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Dietitian for Cardiovascular Health Plymouth MA

Local resource for dietitian for cardiovascular health in Plymouth. Includes detailed information on diet tips that help with cardiovascular health, such as intake of fresh fruit and vegetables, whole grains, olive oil, omega 3 fatty acids, nuts, beans and more. Read on for more advice and content on the Mediterranean diet and cardiovascular health.

Debra Casey, RD
(508) 725-0518
8 Seipet St
Carver, MA
Deborah L Moriarty, RD
(508) 946-1985
14 Jamies Way
Lakeville, MA
Eric E Johnson
(508) 746-0754
45 Resnik Rd
Plymouth, MA
Cardiology, Cardiovascular Disease

Data Provided By:
Donald Moore
(508) 747-1443
10 Cordage Park Cir
Plymouth, MA
Cardiology, Internal Medicine, Cardiovascular Disease

Data Provided By:
Lorenz B Cueni
(508) 747-5606
147 Court Street
Plymouth, MA
Cardiology, Cardiovascular Disease

Data Provided By:
Kristin E Hatch, RD
(508) 923-1103
Nutrition for Life15 Precinct St
Lakeville, MA
Heather J Hanley, RD
(781) 424-5306
PO Box 273
Norwell, MA
Robert E Olson
(508) 746-7272
110 Long Pond Rd
Plymouth, MA
Cardiology, Cardiovascular Disease

Data Provided By:
Stephen John Doctoroff, MD
(508) 888-4055
23 Fore Ct
Plymouth, MA
Medical School: Columbia Univ Coll Of Physicians And Surgeons, New York Ny 10032
Graduation Year: 1964

Data Provided By:
Robert E Timberlake
(508) 746-6710
147 Court Street
Plymouth, MA
Cardiology, Cardiovascular Disease

Data Provided By:
Data Provided By:



I recently attended an interesting conference on the effects of diet on cardiovascular risk facotrs. I was impressed with both the benefits of diet on vascular disease risk factors as well as the data that demonstrated diet to be even more effective than many "high powered" prescription medications in reversing the metabolic changes of abnormal glucose and lipid metabolism. I thought it would be fun to summarize a few of the ideas and then to speculate on what lifestyle changes one might easily make to keep themselves healthy. But before we go further, I want to stress again that this is about a baseline healthy lifestyle - and all evidence continues to point towards carbohydrates alone as the underpinning for the energy needs of the cyclist on their bike.

Abnormal lipids, probably as a result of abnormal glucose metabolism (insulin resistance or pre diabetes) are a significant factor in the development of cardiovascular disease. There are proven dietary and life style strategies that are proven to help pts with severe vascular disease (prior MI, stroke, etc.), so it would seem safe to speculate that the same strategies would be beneficial for everyone (but especially if they had undiagnosed insulin resistance). The current presumption is that this "prediabetic" condition can be present for years before full fledged diabetes with an elevated blood sugar is diagnosed - and the entire time blood vessel damage is ongoing.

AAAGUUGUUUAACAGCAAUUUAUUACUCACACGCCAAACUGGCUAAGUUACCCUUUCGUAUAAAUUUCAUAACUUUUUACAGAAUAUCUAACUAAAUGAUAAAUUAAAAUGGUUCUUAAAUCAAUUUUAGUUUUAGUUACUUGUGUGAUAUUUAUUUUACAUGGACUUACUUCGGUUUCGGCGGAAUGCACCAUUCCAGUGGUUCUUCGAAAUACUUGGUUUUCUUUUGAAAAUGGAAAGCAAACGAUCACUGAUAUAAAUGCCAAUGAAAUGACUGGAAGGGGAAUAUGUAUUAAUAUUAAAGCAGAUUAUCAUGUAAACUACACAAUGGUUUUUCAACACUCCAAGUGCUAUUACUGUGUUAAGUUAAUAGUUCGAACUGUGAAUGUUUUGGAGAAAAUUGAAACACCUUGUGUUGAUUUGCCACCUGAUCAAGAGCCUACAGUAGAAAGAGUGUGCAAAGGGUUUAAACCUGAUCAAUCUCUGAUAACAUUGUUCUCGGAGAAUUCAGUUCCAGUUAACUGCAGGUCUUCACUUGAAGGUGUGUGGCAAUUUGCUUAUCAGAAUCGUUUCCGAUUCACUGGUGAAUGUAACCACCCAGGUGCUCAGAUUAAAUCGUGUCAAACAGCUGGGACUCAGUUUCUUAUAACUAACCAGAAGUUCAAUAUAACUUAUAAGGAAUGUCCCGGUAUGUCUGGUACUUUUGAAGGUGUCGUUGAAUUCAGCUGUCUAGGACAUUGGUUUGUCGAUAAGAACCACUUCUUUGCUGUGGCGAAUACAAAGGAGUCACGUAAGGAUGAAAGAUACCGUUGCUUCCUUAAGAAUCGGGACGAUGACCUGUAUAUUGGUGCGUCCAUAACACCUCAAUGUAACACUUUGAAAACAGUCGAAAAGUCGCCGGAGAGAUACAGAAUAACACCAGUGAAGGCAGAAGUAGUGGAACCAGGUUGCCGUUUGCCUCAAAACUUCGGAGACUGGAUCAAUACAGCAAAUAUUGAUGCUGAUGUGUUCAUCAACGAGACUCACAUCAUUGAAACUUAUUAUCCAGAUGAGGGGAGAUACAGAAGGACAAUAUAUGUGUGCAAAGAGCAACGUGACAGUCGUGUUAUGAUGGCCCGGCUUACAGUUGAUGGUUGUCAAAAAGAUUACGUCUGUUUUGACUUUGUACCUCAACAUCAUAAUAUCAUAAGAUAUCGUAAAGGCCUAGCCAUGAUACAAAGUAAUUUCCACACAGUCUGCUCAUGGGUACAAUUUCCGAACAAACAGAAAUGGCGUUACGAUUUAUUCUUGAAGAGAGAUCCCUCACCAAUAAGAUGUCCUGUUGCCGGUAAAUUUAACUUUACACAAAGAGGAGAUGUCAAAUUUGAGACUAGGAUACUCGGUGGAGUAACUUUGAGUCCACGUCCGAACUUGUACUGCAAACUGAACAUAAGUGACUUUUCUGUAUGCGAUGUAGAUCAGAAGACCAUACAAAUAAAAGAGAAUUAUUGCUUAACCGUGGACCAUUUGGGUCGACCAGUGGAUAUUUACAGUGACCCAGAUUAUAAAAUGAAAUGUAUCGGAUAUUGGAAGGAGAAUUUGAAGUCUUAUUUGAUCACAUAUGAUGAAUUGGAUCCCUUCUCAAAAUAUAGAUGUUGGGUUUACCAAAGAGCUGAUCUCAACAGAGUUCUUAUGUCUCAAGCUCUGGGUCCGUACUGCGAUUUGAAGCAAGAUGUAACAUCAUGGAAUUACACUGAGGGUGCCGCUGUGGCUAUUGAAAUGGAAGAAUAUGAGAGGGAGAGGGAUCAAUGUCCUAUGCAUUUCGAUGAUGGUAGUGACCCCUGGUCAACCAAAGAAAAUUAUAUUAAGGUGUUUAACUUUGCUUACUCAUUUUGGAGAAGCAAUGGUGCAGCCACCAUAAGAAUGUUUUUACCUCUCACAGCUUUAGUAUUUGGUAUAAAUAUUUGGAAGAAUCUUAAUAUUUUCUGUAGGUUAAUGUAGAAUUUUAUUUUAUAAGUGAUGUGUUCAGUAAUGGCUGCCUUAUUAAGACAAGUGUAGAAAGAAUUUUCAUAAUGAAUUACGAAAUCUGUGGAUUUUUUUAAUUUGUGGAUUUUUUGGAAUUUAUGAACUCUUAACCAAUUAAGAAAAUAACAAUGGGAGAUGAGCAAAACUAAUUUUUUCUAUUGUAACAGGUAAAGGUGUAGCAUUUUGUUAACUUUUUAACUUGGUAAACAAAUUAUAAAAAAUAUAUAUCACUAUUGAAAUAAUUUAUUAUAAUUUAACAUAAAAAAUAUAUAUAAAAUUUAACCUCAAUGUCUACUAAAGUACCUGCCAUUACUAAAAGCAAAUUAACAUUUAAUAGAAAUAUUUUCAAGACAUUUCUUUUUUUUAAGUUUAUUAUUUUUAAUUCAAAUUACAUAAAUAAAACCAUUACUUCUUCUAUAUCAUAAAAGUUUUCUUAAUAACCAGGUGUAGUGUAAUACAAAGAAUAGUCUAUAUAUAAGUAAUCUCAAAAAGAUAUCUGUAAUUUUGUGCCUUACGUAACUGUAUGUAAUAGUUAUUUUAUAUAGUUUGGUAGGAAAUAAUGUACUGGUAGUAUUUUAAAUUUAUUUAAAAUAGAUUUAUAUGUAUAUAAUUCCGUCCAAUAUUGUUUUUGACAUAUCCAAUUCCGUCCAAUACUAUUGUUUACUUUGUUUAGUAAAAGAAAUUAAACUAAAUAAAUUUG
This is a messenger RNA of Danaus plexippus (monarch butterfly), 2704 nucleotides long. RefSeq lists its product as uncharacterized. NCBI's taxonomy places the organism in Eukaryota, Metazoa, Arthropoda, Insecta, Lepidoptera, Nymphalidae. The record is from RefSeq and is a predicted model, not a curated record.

Here is another way to look at this. There are multiple risk factors:

  • Aging
  • Obesity
  • Genetics
  • Sedentary lifestyle which are factors in aggravating insulin resistance. And the more severe the insulin resistance the greater the odds of
    • Dyslipidemia (decreased HDL, increased LDL and triglycerides)
    • Hypertension
    • Atherosclerosis Improve any of the multiple risk factors and the odds of developing blood vessel disease decreases.

      In reviewing the literature, it is extremely common to note that certain dietary changes improve both the risk of DM and risk of heart disease in the same direction and by the same relative amount. Again, strong suggestive evidence that it is insulin resistance that is the common factor for both development of overt diabetes mellitus and cardiovascular disease. In fact, I heard one lecturere say that if one followed all the dietary and life style recommendations that follow, the chances of developing diabetes type 2 were almost nil.

      The dyslipidemia CV risk factors include

      • an increase in the LDL (or bad cholesterol) levels
      • a decrease in HDL - HDL functions to clear cholesterol from the periphery and transport it back to the liver. (a 1 mg/100ml increase in HDL = 2-4% lower risk of a cardiac event)
      • and an increase in triglycerides. Focusing on changing the balance of these three is the goal. Statin drugs will lower the LDL, but have no effect on the other two. Dietary changes will affect the balance in a way that is actually more effective than statins alone, an...

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